Dad Got Cold Feet
Q: For the past two years I've been seeing this man. After we had been living together for a year, I found out I was pregnant. That's when he left! Now I'm due soon, and he says he's not sure if he wants to be with me anymore and wants to wait until after the baby is born to see what happens. It's an emotional roller coaster for me. One week we're fighting and the next week we talk. I love him so much, and he tells me he wants to spend the rest of his life with me but he definitely does not act like it. I'm 27. What should I do? -- Amy
Dr. Susan: Certain actions are forgivable, just barely, and some aren't. You might point out to this fellow that if he doesn't come through for you now when you need his support the most, it's going to color your feelings for him forever. When the baby is born, he may or may not decide he wants to be a part of your life and the baby's life. But if he delays stepping forward until he sees "what happens," he's choosing to be a coward, an irresponsible parent, and an all-around loser. (It will probably anger him if you use those words, but you get the idea.) See if you can get him to agree to see a counselor or pastor or other wise person who can help you both deal with this mess. If you want to give him the benefit of the doubt, it could be that he's just panicking over impending fatherhood. He may have the common idea that his freedom is over and all the good times are gone. He's wrong, though he isn't going to believe you if you tell him. The only manly thing for him to do now is accept reality, at least for the time being: a kid's on the way, and it's HIS kid. I hope he decides to stand by you during this trying time.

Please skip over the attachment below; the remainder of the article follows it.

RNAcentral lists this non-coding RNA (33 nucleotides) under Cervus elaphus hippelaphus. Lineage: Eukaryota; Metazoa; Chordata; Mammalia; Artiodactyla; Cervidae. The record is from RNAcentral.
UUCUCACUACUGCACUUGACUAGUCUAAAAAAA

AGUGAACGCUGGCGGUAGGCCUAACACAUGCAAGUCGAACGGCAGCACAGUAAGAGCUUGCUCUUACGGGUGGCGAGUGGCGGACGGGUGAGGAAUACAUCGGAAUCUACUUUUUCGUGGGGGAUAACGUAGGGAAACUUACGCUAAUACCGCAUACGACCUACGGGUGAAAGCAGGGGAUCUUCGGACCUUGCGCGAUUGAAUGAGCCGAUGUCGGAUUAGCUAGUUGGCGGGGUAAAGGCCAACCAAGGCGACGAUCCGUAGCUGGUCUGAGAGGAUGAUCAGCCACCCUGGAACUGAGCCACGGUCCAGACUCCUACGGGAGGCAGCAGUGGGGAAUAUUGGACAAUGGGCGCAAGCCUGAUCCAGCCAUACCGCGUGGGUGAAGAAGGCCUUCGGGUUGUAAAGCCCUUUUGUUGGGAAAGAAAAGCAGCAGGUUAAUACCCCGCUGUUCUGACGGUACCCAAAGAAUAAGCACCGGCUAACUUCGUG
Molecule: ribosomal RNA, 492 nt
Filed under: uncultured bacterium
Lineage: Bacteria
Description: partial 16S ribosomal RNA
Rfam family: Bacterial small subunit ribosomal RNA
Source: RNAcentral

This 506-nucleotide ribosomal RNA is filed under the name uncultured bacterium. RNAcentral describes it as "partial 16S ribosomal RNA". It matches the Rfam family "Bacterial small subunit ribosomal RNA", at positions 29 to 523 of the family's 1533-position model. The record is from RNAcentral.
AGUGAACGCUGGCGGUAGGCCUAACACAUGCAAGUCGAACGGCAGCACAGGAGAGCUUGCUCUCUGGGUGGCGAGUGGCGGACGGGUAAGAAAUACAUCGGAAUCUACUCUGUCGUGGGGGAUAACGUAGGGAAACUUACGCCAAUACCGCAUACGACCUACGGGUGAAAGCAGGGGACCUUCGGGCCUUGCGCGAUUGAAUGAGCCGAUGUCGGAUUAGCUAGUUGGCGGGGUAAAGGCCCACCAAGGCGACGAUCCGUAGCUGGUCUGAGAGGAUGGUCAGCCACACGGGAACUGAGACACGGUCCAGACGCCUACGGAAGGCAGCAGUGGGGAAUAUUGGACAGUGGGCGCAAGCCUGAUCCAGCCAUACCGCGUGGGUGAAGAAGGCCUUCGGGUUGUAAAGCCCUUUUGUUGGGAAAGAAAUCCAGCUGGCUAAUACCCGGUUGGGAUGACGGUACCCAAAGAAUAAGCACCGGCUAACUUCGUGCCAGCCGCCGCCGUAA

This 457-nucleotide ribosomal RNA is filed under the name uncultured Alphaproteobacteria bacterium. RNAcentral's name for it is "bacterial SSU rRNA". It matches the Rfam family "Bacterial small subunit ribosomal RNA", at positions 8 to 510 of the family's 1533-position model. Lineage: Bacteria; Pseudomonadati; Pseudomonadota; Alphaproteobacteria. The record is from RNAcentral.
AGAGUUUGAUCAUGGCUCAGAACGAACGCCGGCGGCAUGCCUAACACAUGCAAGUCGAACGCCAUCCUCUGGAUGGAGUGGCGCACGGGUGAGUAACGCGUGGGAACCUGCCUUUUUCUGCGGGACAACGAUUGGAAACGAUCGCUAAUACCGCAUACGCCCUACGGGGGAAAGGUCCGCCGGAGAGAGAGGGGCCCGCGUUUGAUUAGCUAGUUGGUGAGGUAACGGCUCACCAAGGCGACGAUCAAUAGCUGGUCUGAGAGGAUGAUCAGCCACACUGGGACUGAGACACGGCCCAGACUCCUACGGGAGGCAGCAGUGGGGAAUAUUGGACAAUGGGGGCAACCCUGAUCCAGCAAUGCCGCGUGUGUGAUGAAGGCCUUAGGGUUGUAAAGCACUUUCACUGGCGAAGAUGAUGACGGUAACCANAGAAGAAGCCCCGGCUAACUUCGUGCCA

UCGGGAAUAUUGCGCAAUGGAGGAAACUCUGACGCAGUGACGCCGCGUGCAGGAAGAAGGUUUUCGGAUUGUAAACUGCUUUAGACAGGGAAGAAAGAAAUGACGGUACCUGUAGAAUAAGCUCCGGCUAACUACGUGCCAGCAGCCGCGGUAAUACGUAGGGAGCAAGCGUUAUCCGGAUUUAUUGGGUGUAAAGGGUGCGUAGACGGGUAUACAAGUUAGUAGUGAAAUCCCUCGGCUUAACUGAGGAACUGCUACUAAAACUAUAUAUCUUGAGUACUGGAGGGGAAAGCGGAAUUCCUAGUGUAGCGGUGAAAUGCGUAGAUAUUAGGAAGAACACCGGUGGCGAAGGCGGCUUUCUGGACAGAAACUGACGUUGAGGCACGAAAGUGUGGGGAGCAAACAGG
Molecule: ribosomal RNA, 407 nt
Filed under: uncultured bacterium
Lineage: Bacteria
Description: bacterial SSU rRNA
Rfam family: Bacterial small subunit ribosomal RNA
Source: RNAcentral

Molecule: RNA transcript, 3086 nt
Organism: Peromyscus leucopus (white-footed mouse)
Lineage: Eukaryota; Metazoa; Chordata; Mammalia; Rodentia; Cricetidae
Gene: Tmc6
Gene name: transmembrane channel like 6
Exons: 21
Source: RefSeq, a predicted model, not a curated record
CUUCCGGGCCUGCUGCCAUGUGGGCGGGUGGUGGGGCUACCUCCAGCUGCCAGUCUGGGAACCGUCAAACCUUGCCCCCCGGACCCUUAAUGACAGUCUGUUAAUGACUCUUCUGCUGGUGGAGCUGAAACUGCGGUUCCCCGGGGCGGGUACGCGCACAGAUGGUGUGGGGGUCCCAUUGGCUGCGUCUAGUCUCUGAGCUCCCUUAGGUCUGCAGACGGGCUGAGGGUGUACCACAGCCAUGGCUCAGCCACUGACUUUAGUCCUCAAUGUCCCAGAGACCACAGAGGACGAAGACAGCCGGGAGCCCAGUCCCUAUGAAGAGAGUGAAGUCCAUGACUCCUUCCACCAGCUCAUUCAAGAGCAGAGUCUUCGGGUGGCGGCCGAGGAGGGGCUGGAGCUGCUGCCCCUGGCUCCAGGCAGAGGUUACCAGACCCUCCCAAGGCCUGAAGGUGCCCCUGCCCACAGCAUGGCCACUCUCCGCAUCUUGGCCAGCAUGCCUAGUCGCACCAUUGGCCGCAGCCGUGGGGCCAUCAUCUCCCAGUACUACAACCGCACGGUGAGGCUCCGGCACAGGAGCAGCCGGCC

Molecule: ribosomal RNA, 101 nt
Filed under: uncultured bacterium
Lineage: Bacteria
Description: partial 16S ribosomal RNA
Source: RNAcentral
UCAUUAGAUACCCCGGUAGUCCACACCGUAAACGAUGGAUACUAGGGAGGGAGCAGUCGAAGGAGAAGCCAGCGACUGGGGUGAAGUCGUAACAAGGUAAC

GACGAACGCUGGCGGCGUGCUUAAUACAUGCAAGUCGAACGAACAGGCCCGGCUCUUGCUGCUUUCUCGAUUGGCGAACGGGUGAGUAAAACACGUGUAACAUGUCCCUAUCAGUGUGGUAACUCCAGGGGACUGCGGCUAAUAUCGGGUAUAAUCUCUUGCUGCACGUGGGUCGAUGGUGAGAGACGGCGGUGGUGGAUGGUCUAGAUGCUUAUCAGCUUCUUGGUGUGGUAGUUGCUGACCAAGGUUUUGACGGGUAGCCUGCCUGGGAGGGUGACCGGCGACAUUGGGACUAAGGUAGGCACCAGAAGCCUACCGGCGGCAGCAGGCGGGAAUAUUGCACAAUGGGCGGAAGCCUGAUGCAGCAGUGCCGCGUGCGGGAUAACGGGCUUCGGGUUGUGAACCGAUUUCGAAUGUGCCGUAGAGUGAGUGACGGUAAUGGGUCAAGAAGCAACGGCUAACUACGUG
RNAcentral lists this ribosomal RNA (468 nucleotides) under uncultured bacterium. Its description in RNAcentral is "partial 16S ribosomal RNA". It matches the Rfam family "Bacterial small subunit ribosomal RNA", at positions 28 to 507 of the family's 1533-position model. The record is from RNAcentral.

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Advice for Her
Advice for Him
Susan K. Perry, Ph.D.
Susan K. Perry, Ph.D., is a social psychologist, relationship expert, and bestselling and award-winning author. Her books include Loving in Flow: How the Happiest Couples Get and Stay That Way, and Kylie's Heel, a novel for adults.
Pamela G. Chollet, Ph.D.
Dr. Pamela Chollet has a Ph.D. in clinical psychology and Master degrees in educational psychology and fine arts. Her passion has been helping people face and get through those times when they feel trapped and unable to move forward.
Anna Charbonneau, Ph.D.
Anna Charbonneau, Ph.D., is a clinical psychologist, stress management expert, and author. If you're feeling overwhelmed, stressed out, or struggling to make changes in your life, Anna can help.